How do I get my new (to me) airplane home?
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Joined 09/28/2019 - 5 Posts
Open
I am in the market for a used airplane. In all likelihood, whatever airplane I decide to buy will be in another state. Can someone tell me (emphatically) how I go about getting that aircraft back to my home state after purchase? If I perform the pre-buy inspection, flight test it, and "ink the deal" all in a matter of a couple days, can I fly it home under some special permit similar to a ferry permit?  This presumes my insurance is in order and its a cash transaction.
Thanks, all.
6 Replies
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Joined 06/11/2017 - 789 Posts
The issue here is having a valid registration, which is covered by 14 CFR 47.31.  When ownership transfers, the existing registration becomes invalid. The seller retains the old registration certificate, fills out the back, and sends it back to the FAA.  The buyer fills out a registration application (FAA Form AC 8050-1).  The buyer sends the original of the application to the FAA along with the original of the completed Bill of Sale (FAA Form 8050-2), keeping copies of both documents.  The copy of the registration application serves as the temporary registration certificate for up to 90 days until the FAA processes the application and sends the permanent registration certificate to the new owner.

A special flight ("ferry") permit would be required only if the aircraft isn't airworthy, and that's an entirely different issue.

BTW, when the day comes that you sell your plane, make sure you retain the registration certificate, fill out the back, and send it back to the FAA.  Do not under any circumstances let the buyer have it.  A buddy of mine let the seller talk him into taking the registration certificate one time, saying he didn't have the application form and needed the old certificate to use until he got home and filled out an application.  About six months later, my buddy was visited by the DEA who wanted to know what HIS airplane (according to FAA records) was doing in the New Mexico desert full of cocaine.  Kenny was able to convince them he'd  sold the plane, but it was a scary experience he now knows how to prevent.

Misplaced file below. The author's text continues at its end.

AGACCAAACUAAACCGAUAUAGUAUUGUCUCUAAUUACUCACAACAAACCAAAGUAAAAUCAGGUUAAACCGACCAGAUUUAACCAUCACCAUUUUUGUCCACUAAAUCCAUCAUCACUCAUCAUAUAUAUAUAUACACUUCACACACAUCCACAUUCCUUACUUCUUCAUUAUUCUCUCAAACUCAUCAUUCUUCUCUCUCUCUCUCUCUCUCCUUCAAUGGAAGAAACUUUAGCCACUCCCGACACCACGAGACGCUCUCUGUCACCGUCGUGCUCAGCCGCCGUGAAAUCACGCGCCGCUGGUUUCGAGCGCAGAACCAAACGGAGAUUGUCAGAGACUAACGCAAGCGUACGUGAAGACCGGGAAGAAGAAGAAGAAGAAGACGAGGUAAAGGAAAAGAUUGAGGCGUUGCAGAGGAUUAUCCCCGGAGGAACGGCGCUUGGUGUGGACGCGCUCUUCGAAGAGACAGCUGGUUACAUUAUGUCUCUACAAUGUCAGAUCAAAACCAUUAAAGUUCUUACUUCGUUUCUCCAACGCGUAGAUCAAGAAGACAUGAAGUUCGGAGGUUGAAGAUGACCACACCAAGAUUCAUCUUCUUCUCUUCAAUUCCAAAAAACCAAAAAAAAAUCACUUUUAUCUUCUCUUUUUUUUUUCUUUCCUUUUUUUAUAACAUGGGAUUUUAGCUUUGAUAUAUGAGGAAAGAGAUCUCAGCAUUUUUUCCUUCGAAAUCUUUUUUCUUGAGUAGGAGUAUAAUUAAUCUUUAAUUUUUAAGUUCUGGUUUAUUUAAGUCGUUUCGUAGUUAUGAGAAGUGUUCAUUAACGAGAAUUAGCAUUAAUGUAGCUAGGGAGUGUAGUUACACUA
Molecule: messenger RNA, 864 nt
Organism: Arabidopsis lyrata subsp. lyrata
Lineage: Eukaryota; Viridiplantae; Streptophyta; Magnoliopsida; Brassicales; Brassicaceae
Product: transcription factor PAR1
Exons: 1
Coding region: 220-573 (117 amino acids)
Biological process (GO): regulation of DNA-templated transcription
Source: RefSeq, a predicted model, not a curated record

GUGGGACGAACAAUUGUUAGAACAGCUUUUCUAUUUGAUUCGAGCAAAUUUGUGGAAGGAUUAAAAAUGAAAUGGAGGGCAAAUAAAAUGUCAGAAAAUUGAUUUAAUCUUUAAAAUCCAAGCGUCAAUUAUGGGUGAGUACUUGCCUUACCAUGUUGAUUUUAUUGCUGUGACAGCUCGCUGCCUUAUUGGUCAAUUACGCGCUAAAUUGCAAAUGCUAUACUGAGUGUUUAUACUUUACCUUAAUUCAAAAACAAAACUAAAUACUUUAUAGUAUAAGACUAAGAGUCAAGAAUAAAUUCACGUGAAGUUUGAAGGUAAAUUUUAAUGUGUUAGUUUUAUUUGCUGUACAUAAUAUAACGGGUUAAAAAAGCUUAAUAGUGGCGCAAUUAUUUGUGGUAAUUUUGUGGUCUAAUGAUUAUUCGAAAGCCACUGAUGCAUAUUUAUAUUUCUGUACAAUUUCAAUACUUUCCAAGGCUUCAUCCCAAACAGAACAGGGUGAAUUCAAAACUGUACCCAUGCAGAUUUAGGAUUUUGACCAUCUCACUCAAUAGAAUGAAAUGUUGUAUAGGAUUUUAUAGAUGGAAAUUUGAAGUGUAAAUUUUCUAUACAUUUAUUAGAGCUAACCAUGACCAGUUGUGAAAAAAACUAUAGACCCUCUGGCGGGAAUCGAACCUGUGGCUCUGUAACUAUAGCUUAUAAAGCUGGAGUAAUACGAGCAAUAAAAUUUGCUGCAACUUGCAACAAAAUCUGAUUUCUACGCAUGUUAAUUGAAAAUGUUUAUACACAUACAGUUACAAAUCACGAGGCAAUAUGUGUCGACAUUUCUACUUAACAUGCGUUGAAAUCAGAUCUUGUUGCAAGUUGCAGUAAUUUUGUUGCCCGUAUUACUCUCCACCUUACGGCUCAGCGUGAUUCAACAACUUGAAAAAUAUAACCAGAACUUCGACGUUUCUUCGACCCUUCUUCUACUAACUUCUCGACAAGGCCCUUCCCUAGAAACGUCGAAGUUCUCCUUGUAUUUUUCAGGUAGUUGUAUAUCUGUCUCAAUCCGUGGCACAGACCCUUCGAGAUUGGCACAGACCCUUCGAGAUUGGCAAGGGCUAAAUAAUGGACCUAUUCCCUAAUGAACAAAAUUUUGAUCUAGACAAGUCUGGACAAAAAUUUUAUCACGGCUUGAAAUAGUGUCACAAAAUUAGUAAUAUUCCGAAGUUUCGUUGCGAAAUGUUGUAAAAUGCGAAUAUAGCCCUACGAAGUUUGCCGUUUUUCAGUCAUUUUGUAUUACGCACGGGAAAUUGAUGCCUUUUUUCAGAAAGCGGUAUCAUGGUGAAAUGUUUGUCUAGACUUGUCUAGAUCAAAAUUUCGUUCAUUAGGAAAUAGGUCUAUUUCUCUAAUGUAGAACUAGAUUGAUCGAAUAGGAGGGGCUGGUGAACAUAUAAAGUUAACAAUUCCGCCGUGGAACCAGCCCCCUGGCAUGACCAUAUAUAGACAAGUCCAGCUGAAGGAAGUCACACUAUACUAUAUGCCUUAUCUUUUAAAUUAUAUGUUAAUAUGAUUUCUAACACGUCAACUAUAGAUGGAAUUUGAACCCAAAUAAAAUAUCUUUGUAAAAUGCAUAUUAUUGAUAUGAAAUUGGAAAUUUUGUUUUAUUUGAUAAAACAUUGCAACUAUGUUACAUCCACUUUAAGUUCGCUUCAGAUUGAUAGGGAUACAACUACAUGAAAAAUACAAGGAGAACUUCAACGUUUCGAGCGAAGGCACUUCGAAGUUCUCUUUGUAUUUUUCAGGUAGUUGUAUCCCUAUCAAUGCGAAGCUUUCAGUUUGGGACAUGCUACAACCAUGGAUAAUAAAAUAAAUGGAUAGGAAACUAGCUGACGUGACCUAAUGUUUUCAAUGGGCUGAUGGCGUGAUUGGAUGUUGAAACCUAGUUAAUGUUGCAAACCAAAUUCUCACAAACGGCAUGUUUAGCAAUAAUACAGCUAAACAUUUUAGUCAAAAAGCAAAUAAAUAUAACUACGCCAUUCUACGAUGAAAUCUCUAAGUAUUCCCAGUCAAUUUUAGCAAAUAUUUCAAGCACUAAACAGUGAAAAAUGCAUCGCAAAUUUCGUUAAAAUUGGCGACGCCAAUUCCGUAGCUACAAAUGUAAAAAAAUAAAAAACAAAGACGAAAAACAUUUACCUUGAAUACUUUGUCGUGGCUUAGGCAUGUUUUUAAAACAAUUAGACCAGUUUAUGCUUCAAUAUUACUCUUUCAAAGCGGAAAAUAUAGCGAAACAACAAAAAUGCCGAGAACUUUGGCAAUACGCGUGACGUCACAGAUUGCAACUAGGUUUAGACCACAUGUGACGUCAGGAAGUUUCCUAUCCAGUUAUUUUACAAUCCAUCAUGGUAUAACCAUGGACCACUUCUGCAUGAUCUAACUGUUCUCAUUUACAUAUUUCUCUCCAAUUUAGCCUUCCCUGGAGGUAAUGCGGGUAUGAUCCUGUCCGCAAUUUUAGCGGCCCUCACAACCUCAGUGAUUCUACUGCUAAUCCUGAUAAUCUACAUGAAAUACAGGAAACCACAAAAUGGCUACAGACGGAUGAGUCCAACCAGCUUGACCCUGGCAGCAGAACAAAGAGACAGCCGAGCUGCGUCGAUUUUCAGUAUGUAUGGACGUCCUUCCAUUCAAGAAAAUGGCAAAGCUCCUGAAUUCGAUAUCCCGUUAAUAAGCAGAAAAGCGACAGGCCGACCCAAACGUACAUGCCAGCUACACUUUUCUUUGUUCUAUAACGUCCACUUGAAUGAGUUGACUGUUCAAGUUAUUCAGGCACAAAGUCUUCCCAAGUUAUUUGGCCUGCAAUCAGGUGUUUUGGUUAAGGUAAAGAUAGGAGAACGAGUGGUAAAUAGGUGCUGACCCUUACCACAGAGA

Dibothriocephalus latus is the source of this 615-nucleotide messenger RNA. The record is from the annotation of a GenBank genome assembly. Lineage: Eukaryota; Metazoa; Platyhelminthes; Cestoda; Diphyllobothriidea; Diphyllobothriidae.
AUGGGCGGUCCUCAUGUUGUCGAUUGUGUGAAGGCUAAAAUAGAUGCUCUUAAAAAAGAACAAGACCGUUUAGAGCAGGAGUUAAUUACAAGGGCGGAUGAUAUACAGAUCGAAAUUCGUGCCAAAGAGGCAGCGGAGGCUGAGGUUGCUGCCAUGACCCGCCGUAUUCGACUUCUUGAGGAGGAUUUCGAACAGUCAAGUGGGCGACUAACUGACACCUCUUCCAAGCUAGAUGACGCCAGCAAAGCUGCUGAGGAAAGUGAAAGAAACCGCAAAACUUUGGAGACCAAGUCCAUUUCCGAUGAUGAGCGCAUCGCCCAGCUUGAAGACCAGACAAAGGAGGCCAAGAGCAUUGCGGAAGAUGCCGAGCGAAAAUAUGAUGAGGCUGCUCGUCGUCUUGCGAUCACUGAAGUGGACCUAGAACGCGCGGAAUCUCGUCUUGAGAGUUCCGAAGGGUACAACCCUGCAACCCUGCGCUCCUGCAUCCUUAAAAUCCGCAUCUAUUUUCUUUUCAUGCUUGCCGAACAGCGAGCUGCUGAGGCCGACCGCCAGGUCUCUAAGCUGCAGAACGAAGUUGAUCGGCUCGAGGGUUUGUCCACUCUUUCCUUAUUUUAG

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Joined 09/28/2019 - 5 Posts
Thanks, Ron. I appreciate the info on the process. Seems quite reasonable.
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Joined 06/11/2017 - 789 Posts
You're welcome.  And remember there's a ton about buying, owning, and selling airplanes which isn't part of any Private Pilot curriculum.  You'd do well to find someone around your airport you know and trust who's been there/done that a few times to mentor you through the process -- lots of rocks and shoals on which to run aground.
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Joined 09/19/2019 - 61 Posts
I would also point out that the subsidiary issue is the ACTUAL (not paper) airworthiness of the aircraft. In 30 years of owning seven aircraft, I have never trusted the first flight under ownership to myself.  I'd hire a known ferry pilot.  Of have the owner deliver and pay him to do so.  If he won't do so you have learened something as to what he thinks about the aircraft's airworthiness.....
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Joined 09/10/2019 - 10 Posts
Here is a link to the FAA web page that should provide you with all of the information that you need. 

https://www.faa.gov/licenses_certificates/aircraft_certification/aircraft_registry/
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Joined 09/28/2019 - 5 Posts
Thanks for the input. But, regarding your last statement, "I'd hire a known ferry pilot.  Of have the owner deliver and pay him to do so.  If he won't do so you have learened something as to what he thinks about the aircraft's airworthiness....." well, that's a bit of a reach, isn't it?
There are a LOT of reasons owners sell their airplanes and/or decline to deliver them. Loss of medical, upgraded to a new aircraft, loss of hangar, dissolution of partnership, limited time or funds. It certainly is a reach to say them not flying it indicates a problem with the airworthiness.
I, for one, am way too busy to take the time out of my schedule to deliver a plane to someone that they just bought from me. Not to mention the liability if something happens to me or the plane outside of my control or fault. Now I've wrecked someone else's perfectly good airplane.
But the ferry pilot idea is worth me looking into. Especially if the aircraft is clear across the country.